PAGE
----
June 1, 2003 | Elizabeth Mehren, Times Staff Writer
The Lake Champlain waterfront had all the charm of a junkyard when a young physician named Howard Dean moved here from New York in 1978. But Dean and others wanted a place to go bicycling, so they formed a group to buy up land and clean up the abandoned barges and boxcars littering the lakefront. The effort, built on private donations, grants and volunteer labor, produced a nine-mile-long recreation area with splendid views of New York's Adirondack Mountains.
NATIONAL
January 4, 2004 | Richard Serrano, Times Staff Writer
For a lost soul like young Howard Dean in the early 1970s, this fabled ski town seemed the ideal place to drop out. He had just graduated from Yale with ordinary marks, and like many in his class left school troubled over the war in Vietnam and the uncertainties of how to find his way in life. He had skirted the draft because of a bad back, and had no desire to follow his well-heeled father onto Wall Street. All Howard Brush Dean III wanted to do was ski.
CALIFORNIA | LOCAL
November 18, 2010 | By Molly Hennessy-Fiske, Los Angeles Times
The Beverly Hills fertility doctor who assisted Nadya Suleman in conceiving octuplets was wrong to implant her with a dozen embryos but mostly respected her wishes and "standard" procedure, a fellow fertility specialist testified Wednesday at a state medical board hearing. Dr. Michael Kamrava's medical license could be revoked if it is determined that he was grossly negligent in his treatment of Suleman and two other female patients: a 48-year-old who suffered complications after she became pregnant with quadruplets and a 42-year-old diagnosed with advanced ovarian cancer after receiving fertility treatments.
NATIONAL
June 30, 2002 | ELIZABETH MEHREN, TIMES STAFF WRITER
The first Democrat to form an official presidential committee for 2004 has a resume many candidates would envy. The 53-year-old five-term governor is a "common-sense moderate" who boasts on his Web site that "social justice can only be accomplished through strong financial management"--fiscal conservatism. He is a physician who championed universal health care for all under age 18 in his home state. He is married to a physician and has two photogenic kids.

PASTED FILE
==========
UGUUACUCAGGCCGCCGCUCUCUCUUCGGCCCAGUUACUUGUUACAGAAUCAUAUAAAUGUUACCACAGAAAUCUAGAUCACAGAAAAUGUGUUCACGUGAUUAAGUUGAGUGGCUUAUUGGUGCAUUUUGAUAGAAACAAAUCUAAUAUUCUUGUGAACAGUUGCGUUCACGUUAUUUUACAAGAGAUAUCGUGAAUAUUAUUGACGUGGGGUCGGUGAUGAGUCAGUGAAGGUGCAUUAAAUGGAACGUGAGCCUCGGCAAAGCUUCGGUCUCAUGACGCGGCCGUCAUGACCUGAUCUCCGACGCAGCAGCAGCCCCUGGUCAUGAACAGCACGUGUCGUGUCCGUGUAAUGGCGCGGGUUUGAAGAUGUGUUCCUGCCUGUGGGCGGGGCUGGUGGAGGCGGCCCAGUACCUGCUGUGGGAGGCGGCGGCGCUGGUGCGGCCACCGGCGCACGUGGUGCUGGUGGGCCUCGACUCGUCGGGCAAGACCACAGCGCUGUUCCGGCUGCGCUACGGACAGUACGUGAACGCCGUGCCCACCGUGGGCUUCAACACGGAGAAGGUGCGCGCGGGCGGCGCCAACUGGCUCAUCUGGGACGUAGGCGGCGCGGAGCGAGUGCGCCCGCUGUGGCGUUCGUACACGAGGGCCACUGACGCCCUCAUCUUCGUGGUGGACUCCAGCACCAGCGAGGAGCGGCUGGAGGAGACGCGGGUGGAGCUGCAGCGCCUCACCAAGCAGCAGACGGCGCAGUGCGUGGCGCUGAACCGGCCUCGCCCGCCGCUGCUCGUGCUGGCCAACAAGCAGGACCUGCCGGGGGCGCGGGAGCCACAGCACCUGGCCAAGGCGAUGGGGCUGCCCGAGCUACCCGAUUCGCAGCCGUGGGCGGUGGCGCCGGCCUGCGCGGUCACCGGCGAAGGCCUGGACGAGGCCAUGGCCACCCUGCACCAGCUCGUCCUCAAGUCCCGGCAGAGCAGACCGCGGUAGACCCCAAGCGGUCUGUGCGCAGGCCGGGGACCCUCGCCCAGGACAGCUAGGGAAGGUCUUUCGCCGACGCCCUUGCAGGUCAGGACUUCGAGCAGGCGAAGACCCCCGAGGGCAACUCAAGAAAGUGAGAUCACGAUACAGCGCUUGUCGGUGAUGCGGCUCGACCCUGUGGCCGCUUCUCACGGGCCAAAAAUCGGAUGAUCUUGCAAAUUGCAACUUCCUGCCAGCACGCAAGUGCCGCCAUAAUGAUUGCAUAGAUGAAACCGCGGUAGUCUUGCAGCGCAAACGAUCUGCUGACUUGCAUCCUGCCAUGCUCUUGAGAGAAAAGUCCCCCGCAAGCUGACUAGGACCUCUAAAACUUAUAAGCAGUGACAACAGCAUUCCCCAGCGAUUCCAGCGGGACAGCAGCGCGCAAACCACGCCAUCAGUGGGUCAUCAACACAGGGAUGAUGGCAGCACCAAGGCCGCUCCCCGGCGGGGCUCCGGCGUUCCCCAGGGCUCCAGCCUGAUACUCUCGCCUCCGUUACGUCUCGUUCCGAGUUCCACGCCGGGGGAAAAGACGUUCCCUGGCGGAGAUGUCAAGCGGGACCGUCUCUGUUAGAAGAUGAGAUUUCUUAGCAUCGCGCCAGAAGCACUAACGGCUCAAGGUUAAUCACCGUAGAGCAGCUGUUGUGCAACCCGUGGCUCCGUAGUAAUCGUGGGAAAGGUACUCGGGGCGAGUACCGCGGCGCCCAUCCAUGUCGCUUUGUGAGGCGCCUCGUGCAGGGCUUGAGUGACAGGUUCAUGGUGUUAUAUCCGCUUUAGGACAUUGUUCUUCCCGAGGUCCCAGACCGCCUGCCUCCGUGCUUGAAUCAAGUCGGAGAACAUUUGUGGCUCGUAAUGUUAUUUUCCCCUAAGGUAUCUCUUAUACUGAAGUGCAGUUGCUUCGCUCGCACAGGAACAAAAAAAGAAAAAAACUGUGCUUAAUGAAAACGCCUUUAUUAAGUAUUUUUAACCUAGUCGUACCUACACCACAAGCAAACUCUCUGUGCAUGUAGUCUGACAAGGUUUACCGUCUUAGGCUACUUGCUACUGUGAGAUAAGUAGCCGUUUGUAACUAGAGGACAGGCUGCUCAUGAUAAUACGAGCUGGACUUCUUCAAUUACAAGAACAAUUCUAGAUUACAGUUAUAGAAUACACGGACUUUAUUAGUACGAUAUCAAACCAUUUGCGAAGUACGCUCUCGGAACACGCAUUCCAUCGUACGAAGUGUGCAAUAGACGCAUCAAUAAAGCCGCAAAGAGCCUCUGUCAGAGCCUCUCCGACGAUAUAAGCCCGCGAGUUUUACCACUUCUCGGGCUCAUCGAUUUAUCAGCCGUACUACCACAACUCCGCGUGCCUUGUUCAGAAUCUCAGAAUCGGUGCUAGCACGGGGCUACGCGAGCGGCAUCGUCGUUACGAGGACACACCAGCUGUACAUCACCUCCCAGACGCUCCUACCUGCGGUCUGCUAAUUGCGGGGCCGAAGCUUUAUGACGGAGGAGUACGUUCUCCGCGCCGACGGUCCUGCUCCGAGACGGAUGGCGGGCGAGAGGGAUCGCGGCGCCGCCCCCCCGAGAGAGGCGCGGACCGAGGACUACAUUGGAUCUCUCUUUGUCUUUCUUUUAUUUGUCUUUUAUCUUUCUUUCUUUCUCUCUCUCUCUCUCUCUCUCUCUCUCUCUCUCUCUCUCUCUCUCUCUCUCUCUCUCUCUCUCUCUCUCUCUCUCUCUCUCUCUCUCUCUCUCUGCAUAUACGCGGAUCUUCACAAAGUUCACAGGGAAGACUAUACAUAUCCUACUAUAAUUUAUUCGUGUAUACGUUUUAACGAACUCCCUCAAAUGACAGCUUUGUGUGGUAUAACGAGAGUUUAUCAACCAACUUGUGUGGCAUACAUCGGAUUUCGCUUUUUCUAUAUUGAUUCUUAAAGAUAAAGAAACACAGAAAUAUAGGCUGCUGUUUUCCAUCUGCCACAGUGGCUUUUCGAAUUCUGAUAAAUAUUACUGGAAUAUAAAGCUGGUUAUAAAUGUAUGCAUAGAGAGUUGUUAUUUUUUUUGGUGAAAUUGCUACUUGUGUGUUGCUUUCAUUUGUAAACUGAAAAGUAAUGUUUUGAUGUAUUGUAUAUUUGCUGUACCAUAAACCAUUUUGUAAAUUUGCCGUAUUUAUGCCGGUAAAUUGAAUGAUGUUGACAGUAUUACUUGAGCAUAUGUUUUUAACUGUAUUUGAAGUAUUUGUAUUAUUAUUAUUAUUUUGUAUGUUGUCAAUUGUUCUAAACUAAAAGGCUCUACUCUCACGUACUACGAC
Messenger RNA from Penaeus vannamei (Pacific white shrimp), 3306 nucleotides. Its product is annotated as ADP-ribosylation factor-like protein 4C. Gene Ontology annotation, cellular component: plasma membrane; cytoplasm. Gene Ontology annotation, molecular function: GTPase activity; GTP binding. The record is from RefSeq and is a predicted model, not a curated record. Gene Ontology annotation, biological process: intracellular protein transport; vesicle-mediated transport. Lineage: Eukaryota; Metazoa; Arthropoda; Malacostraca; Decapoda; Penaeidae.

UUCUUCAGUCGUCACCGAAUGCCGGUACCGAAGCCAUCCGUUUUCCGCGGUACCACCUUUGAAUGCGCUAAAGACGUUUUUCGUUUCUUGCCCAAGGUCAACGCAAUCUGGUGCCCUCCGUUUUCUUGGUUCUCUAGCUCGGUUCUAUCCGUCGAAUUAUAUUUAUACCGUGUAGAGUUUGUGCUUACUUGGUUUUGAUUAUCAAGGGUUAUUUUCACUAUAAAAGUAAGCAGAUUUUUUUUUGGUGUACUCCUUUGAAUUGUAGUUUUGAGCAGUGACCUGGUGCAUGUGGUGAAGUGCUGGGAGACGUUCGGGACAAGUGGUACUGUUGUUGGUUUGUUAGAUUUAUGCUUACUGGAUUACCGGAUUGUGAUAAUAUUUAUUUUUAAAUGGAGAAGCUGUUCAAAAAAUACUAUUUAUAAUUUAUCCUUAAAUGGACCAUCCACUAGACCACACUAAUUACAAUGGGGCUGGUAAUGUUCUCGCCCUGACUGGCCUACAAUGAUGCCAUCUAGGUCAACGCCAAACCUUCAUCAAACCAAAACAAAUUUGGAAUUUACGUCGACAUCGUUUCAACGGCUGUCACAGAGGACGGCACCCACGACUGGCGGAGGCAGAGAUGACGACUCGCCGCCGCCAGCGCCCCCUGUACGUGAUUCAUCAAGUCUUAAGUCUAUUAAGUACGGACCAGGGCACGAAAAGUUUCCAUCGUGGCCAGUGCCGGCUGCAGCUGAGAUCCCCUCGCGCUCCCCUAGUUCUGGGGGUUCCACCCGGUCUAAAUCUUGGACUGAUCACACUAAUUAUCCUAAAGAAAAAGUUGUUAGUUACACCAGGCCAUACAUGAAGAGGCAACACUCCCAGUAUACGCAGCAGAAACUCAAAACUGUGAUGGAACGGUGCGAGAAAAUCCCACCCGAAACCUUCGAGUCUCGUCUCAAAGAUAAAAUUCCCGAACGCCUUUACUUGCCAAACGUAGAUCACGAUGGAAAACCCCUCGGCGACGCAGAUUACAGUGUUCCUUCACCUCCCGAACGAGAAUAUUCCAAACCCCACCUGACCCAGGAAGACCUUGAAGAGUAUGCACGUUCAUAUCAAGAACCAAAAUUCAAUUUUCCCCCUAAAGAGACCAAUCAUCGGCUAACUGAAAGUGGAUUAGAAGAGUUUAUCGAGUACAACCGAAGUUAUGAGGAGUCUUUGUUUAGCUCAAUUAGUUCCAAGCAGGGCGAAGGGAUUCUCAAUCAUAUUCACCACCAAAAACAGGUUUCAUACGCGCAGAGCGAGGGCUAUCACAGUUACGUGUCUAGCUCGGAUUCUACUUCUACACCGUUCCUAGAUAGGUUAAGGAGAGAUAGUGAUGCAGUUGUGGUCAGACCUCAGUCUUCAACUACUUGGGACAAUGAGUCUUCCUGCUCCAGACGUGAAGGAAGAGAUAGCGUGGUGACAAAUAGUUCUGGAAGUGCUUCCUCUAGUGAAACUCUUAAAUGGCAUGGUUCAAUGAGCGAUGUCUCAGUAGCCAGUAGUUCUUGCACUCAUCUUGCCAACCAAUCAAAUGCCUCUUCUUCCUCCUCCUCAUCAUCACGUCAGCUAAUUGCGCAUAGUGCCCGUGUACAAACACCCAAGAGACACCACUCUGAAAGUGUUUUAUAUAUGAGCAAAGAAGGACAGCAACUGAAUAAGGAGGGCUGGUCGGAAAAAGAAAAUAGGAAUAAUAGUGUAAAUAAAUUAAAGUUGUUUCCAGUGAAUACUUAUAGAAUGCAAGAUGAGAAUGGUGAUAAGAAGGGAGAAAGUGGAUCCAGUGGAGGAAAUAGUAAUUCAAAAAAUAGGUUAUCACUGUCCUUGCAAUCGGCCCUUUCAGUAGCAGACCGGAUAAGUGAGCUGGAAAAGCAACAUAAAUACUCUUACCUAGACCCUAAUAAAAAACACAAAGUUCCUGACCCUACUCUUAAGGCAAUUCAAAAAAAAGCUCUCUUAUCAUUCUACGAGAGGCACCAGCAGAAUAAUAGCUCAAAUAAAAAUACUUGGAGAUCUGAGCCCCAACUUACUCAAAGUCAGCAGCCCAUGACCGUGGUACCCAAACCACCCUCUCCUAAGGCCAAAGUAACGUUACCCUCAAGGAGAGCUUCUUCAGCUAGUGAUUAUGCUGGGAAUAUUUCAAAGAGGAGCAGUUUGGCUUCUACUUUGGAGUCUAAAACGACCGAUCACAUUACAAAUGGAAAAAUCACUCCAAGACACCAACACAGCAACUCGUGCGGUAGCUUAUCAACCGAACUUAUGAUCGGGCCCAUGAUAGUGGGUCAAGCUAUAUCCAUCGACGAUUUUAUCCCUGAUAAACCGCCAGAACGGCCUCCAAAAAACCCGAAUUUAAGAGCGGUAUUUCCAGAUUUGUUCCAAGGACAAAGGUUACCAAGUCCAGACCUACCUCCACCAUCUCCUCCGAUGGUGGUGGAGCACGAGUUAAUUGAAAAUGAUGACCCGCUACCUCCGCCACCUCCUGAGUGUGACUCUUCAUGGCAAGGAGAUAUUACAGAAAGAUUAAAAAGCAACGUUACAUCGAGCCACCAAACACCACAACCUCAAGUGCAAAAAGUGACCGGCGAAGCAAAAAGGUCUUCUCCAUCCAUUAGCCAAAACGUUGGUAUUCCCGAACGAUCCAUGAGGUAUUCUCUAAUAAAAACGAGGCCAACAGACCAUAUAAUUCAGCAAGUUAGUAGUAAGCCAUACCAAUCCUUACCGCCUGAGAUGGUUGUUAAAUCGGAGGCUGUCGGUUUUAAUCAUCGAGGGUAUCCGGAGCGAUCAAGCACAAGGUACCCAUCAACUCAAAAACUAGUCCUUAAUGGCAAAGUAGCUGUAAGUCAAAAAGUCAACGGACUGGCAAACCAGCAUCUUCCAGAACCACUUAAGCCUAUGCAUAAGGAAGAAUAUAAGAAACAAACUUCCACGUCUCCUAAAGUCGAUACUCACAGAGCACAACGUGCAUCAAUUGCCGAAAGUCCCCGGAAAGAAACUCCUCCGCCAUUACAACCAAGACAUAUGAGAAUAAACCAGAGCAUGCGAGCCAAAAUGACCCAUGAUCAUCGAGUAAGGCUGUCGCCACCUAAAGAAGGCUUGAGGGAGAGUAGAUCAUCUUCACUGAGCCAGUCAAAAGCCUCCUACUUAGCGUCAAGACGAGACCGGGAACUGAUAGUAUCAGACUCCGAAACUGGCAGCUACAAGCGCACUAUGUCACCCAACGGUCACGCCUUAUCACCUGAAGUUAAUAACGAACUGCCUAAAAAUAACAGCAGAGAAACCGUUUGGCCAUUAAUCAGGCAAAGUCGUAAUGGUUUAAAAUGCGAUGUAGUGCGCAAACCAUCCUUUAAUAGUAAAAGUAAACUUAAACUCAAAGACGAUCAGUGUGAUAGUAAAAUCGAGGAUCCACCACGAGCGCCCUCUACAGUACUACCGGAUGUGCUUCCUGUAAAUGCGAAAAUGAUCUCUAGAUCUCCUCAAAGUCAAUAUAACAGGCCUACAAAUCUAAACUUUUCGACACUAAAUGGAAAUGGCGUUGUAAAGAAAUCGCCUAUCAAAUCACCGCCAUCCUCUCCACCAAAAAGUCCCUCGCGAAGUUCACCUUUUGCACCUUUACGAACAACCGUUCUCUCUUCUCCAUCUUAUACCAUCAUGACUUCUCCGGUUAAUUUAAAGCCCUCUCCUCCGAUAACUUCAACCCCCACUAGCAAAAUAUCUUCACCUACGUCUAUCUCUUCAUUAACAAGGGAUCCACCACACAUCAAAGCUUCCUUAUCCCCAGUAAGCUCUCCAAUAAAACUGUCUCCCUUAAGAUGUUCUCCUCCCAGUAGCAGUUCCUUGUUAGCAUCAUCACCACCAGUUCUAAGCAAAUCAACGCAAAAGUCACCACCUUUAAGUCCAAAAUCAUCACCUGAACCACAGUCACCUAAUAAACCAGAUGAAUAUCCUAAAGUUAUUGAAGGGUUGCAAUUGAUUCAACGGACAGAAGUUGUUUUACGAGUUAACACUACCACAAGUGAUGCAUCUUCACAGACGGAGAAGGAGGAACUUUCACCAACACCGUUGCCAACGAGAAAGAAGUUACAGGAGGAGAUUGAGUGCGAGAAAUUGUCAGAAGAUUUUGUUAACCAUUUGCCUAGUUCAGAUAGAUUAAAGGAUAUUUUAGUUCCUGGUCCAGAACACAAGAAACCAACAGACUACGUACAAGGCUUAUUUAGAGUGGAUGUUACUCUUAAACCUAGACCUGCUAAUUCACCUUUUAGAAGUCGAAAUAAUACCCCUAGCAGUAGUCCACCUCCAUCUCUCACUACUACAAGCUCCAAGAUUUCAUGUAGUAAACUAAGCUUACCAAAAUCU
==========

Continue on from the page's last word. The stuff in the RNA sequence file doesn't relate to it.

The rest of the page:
OPINION
February 22, 2004 | Susan Q. Stranahan, Susan Q. Stranahan, a reporter on Columbia Journalism Review's campaign desk (http://campaigndesk .org), monitors and critiques the media's coverage of the presidential campaign.
With apologies to Nicole Kidman (I think), let's banish any further mention of "The Stepford Wives." Lately, it's popped up annoyingly on the campaign trail, where cliches are as common as photo ops (and far less imaginative). In a recent profile of Teresa Heinz Kerry, Time magazine resorted to this description of the wife of Democratic front-runner John F. Kerry: "Not even Hillary Clinton strayed so far from the dutiful, adoring Stepford spouse as Teresa." In January, when Dr.
NATIONAL
January 17, 2004 | Robin Abcarian, Times Staff Writer
Dennis J. Kucinich, on the phone en route to a campaign event, is annoyed. The Ohio representative and presidential hopeful, twice divorced and currently single, is fresh off a date organized by a website trying to find him a new wife. His romantic track record raises a fairly obvious, if irritating, question: Could Americans have a problem voting for a man who has trouble staying married? "First of all," he replies tersely, "I would take issue with the way you characterize it."